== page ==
Although several previous studies have focused on factors which influence Th1/Th2 balance, the influence of maternal inflammatory cytokines on newborn immune responses is not well characterized. However, as the innate immune system is able to instruct the adaptive immune response (8), in the complex process of T-cell priming, inflammatory mediators should be considered as well. For example, IL-6 is involved in the acute phase response, as well as in the control of Th1/Th2 differentiation and Treg/Th17 balance (9), TNF-α is a pro-inflammatory cytokine with implication in Th1 responses (10) and in addition IL-8 is involved in the pathogenesis of AD (11). Maternal immune factors which might have an impact on children’s allergic sensitization and on the development of allergic diseases are poorly understood. Therefore, the aim of our pregnancy-birth cohort study was to analyse maternal innate and adaptive immune responses during and 1 year after pregnancy and in children at birth and at the age of one. These markers were then correlated with the subsequent children’s allergic sensitization (food and inhalant allergens) and the development of AD.

Methods

  1. Top of page
  2. Abstract
  3. Methods
  4. Results
  5. Discussion
  6. Acknowledgments
  7. Contribution
  8. Conflicts of interest
  9. References
  10. Supporting Information

Subjects

The Lifestyle and Environmental Factors and their Influence on Newborn Allergy risk study (LINA) is a prospective birth cohort study with focus on factors influencing the development and maturation of newborns immune system. Between May 2006 and December 2008, 622 mother–child pairs (629 children; seven twin pairs) were recruited for this study at the Children’s Hospital ‘St Georg’ in Leipzig, Germany. Data on mother’s and father’s history of atopic diseases, smoking behaviour, housing conditions, environmental exposure, noise and social stress were collected using questionnaire evaluation 4 weeks prior to birth. Data on allergic symptoms and diseases during the first year of life were obtained from a further questionnaire which was answered by the parents at around their child’s first birthday. Participation in the study was voluntary. Informed consent was obtained from the parents of all children and the study was approved by the Ethics Committee of the University of Leipzig.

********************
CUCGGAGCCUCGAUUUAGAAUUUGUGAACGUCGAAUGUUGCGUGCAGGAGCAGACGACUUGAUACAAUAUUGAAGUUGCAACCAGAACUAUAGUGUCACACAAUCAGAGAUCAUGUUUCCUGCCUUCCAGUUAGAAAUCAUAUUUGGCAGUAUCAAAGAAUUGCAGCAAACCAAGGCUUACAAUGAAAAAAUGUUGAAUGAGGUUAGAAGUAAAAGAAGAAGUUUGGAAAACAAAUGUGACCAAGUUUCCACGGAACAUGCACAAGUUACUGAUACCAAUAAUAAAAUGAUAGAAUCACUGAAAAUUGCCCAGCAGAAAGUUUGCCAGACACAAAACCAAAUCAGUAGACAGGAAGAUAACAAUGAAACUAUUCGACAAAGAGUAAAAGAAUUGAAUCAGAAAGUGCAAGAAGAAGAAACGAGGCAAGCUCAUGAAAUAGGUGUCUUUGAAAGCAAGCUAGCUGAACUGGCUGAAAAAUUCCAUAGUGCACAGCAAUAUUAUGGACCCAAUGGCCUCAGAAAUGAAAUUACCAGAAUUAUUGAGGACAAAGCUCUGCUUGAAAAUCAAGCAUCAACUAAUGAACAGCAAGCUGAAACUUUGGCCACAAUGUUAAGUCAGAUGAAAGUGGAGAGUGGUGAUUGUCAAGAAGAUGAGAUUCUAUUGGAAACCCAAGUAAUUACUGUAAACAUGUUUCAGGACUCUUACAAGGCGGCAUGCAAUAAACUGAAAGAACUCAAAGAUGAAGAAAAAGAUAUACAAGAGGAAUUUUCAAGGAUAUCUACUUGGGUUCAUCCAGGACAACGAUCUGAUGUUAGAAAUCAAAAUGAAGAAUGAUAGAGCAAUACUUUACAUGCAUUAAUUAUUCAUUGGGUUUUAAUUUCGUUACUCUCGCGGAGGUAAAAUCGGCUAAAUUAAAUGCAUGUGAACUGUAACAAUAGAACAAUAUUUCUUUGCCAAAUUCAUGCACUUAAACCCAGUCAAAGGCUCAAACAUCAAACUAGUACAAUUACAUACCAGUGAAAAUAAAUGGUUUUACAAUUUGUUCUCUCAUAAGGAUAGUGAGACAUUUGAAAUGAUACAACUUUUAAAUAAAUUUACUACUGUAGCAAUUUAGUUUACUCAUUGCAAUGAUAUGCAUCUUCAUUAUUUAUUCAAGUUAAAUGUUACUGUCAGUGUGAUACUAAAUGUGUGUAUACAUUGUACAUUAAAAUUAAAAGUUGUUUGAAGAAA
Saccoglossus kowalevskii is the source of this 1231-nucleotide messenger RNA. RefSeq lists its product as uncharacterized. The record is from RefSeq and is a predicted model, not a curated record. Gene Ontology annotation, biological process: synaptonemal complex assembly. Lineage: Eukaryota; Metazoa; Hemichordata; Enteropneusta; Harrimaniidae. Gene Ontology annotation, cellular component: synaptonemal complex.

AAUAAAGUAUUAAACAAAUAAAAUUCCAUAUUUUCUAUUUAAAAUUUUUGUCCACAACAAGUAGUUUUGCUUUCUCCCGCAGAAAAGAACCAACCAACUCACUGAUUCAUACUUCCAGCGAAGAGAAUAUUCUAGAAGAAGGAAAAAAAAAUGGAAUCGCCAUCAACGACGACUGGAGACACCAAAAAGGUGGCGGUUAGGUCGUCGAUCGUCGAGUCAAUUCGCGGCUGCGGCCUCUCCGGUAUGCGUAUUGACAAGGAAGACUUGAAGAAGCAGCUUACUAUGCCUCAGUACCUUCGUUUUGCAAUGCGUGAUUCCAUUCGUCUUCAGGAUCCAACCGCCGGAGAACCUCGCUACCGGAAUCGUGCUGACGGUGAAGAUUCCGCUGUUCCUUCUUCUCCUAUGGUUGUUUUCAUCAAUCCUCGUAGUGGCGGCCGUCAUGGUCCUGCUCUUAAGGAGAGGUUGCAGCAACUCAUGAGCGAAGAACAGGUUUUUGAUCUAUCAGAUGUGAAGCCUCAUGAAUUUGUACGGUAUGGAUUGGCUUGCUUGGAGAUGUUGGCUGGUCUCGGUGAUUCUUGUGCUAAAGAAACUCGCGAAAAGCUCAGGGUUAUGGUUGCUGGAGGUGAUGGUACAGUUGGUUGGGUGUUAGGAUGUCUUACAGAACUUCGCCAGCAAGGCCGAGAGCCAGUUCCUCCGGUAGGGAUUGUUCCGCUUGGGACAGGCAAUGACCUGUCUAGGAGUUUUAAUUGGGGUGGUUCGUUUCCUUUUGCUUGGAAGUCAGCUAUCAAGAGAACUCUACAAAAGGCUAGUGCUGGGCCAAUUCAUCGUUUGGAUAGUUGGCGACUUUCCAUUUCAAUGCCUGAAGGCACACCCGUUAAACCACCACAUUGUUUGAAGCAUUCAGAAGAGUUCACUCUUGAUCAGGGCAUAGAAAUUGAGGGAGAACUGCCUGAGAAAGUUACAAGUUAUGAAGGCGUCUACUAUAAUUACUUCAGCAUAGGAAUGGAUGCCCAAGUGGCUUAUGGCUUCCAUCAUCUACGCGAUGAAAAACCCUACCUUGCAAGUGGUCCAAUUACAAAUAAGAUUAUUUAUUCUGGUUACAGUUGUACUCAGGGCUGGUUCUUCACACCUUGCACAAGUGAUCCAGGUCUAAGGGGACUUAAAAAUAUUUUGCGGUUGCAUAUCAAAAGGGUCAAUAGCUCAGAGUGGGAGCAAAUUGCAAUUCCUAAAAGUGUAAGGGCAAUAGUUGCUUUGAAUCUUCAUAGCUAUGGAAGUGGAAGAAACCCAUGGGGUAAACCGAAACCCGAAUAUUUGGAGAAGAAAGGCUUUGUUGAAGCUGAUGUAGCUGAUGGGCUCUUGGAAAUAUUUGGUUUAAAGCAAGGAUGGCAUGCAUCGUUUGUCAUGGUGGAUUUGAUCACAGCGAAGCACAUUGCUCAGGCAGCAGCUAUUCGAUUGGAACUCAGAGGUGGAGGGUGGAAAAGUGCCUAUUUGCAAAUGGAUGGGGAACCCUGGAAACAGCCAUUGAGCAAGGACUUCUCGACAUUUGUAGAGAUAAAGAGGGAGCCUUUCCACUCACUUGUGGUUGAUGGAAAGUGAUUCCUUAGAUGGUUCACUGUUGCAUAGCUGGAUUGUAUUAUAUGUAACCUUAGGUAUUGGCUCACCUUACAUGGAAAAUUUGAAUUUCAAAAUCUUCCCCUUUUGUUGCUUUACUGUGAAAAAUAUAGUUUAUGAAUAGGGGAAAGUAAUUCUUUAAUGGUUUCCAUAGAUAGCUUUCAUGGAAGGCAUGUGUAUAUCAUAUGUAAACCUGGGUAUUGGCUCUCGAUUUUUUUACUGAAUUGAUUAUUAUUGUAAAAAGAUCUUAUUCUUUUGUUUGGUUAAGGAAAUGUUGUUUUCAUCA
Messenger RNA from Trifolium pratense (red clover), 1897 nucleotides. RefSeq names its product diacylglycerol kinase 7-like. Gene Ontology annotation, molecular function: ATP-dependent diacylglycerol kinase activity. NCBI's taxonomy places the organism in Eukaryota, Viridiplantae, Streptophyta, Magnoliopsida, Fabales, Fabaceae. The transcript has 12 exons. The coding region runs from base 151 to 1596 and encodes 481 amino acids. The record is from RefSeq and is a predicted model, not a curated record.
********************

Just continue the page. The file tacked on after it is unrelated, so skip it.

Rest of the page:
Blood sampling

Blood samples were taken from mothers at the 34th week of pregnancy and then 1 year after the birth of the child. In addition, cord blood and blood from the child at the age of one were also taken. For cytokine measurements heparinized blood was prepared within 6 h of drawing. Whole blood samples (500 μl) were incubated for 4 h at 37°C with the mitogen phytohemagglutinin (PHA, 50 μg/ml; Sigma Aldrich, Hamburg, Germany) or the bacterial component lipopolysaccharide (LPS, 1 μg/ml, E. coli 026:B6; Sigma Aldrich). Thereafter, samples were diluted 1 : 1 with RPMI1640 medium without supplements and centrifuged. Collected cell free supernatants were stored at −80°C until analysis.

Measurement of Th1/Th2/Th17 cytokines and inflammatory markers

Concentrations of the cytokines/chemokines such as IL-4, IL-5, IL-6, IL-8, IL-10, IL-13, MCP-1, IFN-γ and TNF-α were measured by flow cytometry using a cytometric bead array (BD CBA Human Soluble Flex Set system; Becton Dickinson, Heidelberg, Germany) according to manufacturer’s instructions. Detection limits were 3 pg/ml for all cytokines, excepting IL-5, where the detection limit was 2 pg/ml. Measured cytokine concentrations which were below the limit of detection were assigned to a value of one half of the detection limit. The concentration of IL-17A was measured using ELISA (eBiosciences, Frankfurt, Germany) according to manufacturer’s instructions; for this parameter the detection limit was 4 pg/ml.

IgE measurement

The total and specific IgE levels in sera of mothers and children were determined using the Pharmacia CAP System (Pharmacia diagnostics, Freiburg, Germany). Sensitisation to inhalant (sx1) and food allergens (fx5) were also measured.

Statistical analysis